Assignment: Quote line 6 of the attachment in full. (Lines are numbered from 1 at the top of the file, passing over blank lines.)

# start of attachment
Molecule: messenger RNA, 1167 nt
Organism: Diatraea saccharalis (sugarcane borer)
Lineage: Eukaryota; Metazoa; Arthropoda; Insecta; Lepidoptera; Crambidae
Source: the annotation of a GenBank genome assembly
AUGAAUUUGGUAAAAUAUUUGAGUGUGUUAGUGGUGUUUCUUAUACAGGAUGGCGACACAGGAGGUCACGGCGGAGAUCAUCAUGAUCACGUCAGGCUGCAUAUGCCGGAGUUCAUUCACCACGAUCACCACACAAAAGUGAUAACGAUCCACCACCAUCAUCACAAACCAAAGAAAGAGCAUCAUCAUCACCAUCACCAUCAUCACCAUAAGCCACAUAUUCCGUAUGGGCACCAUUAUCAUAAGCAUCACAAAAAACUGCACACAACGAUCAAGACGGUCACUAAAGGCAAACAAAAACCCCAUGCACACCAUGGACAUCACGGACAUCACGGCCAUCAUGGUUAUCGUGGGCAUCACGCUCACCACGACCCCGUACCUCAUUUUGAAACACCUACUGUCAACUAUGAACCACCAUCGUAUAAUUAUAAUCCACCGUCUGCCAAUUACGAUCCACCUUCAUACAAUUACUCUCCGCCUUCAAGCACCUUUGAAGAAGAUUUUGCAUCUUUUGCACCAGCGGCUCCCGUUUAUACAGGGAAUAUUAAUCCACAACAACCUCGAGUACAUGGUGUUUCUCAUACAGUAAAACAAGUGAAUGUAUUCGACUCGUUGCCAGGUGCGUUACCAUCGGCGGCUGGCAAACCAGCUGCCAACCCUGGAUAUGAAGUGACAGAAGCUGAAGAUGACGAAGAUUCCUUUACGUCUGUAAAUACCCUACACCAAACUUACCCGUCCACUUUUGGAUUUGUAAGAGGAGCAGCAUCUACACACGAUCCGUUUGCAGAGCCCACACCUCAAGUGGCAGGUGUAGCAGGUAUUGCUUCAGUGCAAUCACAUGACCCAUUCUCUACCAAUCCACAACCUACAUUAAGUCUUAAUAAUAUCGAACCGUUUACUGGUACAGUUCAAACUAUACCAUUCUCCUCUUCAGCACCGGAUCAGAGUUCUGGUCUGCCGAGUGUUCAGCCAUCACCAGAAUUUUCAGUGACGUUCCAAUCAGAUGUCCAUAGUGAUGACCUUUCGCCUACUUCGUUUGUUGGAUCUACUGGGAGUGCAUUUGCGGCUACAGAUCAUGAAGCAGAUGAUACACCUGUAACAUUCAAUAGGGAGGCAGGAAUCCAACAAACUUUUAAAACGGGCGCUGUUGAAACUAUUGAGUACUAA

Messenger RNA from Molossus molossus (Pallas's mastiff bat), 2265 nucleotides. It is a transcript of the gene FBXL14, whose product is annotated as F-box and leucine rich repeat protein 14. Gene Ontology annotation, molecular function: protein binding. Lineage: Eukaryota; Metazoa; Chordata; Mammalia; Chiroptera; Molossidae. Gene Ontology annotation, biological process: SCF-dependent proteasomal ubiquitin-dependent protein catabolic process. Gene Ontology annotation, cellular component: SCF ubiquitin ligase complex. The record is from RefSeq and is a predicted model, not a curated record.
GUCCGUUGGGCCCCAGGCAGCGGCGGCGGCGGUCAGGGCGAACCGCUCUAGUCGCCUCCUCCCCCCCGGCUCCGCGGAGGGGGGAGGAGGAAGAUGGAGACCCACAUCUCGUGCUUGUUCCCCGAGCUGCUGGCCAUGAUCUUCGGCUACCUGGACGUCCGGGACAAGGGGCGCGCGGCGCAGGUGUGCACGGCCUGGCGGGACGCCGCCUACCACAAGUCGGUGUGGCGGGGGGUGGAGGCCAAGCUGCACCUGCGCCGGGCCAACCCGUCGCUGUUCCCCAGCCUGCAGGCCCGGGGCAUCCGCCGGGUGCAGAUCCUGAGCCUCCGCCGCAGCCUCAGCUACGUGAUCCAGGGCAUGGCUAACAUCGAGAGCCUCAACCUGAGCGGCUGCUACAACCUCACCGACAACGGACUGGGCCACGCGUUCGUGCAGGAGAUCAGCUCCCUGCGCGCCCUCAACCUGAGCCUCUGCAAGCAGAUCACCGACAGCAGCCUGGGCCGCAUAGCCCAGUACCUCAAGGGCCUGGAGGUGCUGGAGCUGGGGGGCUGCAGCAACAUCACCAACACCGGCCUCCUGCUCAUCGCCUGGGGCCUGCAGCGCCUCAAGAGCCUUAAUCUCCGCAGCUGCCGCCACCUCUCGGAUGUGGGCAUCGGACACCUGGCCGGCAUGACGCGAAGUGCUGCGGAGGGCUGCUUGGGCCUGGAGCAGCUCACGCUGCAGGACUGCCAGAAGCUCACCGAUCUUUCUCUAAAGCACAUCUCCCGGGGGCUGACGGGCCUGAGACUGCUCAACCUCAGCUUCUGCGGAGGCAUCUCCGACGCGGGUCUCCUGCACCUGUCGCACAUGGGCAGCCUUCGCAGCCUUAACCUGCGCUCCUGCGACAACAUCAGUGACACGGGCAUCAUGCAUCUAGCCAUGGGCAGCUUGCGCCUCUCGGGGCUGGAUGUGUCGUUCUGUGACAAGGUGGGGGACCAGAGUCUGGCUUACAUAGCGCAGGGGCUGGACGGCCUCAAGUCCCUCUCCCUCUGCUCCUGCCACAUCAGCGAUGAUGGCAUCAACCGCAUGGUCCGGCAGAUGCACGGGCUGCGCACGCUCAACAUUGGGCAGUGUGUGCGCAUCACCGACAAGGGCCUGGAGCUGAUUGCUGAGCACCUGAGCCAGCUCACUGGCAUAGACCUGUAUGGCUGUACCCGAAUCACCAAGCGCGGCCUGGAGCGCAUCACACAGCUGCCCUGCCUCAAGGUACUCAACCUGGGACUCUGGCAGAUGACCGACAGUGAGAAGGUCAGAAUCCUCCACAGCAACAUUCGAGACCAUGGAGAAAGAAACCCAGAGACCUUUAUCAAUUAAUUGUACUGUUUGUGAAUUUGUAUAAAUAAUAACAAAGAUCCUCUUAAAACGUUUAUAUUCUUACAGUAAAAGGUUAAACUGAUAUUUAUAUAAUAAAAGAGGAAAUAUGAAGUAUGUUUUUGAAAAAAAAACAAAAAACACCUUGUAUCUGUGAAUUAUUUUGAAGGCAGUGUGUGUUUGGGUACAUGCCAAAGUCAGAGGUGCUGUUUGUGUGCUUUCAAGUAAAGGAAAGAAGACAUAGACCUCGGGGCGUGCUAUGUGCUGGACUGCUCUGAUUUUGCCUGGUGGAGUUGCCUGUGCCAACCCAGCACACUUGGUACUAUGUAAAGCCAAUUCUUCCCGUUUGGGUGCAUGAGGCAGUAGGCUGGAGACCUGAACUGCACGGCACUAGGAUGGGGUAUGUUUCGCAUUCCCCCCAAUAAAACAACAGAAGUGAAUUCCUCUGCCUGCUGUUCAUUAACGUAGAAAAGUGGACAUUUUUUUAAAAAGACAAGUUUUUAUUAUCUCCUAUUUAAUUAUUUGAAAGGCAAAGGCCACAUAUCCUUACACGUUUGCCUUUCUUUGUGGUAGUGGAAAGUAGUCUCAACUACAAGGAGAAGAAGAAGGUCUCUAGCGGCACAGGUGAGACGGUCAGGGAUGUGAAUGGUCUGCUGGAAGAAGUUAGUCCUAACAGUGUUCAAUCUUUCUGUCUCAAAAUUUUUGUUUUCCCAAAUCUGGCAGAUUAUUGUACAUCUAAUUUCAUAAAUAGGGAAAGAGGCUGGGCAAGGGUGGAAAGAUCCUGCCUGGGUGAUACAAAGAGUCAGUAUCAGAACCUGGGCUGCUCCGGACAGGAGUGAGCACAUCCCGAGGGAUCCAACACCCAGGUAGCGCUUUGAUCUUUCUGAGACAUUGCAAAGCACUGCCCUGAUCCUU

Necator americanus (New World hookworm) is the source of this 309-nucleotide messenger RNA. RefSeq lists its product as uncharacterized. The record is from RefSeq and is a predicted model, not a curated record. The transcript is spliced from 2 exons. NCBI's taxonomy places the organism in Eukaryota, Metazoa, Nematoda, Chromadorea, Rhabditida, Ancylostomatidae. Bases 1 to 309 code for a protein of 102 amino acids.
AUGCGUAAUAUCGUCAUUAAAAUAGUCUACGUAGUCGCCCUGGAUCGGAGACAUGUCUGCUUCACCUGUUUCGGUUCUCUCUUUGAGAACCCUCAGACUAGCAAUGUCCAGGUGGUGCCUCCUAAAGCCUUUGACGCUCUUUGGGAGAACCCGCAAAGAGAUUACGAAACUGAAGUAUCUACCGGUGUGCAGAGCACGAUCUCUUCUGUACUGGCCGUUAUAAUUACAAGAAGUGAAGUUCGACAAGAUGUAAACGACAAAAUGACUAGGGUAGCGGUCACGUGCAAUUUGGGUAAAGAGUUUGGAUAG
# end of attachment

Messenger RNA from Molossus molossus (Pallas's mastiff bat), 2265 nucleotides. It is a transcript of the gene FBXL14, whose product is annotated as F-box and leucine rich repeat protein 14. Gene Ontology annotation, molecular function: protein binding. Lineage: Eukaryota; Metazoa; Chordata; Mammalia; Chiroptera; Molossidae. Gene Ontology annotation, biological process: SCF-dependent proteasomal ubiquitin-dependent protein catabolic process. Gene Ontology annotation, cellular component: SCF ubiquitin ligase complex. The record is from RefSeq and is a predicted model, not a curated record.